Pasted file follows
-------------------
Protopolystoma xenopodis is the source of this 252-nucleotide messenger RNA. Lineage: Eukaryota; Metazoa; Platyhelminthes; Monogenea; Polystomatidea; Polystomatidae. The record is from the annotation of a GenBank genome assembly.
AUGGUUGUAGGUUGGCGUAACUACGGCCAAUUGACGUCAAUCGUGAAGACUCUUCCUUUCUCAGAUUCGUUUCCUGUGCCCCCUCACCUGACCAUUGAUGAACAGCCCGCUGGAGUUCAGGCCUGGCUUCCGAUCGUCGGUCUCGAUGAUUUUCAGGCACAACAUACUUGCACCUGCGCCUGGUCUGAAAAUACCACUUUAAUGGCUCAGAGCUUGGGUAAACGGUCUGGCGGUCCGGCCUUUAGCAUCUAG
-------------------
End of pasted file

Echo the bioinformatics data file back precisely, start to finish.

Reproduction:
Protopolystoma xenopodis is the source of this 252-nucleotide messenger RNA. Lineage: Eukaryota; Metazoa; Platyhelminthes; Monogenea; Polystomatidea; Polystomatidae. The record is from the annotation of a GenBank genome assembly.
AUGGUUGUAGGUUGGCGUAACUACGGCCAAUUGACGUCAAUCGUGAAGACUCUUCCUUUCUCAGAUUCGUUUCCUGUGCCCCCUCACCUGACCAUUGAUGAACAGCCCGCUGGAGUUCAGGCCUGGCUUCCGAUCGUCGGUCUCGAUGAUUUUCAGGCACAACAUACUUGCACCUGCGCCUGGUCUGAAAAUACCACUUUAAUGGCUCAGAGCUUGGGUAAACGGUCUGGCGGUCCGGCCUUUAGCAUCUAG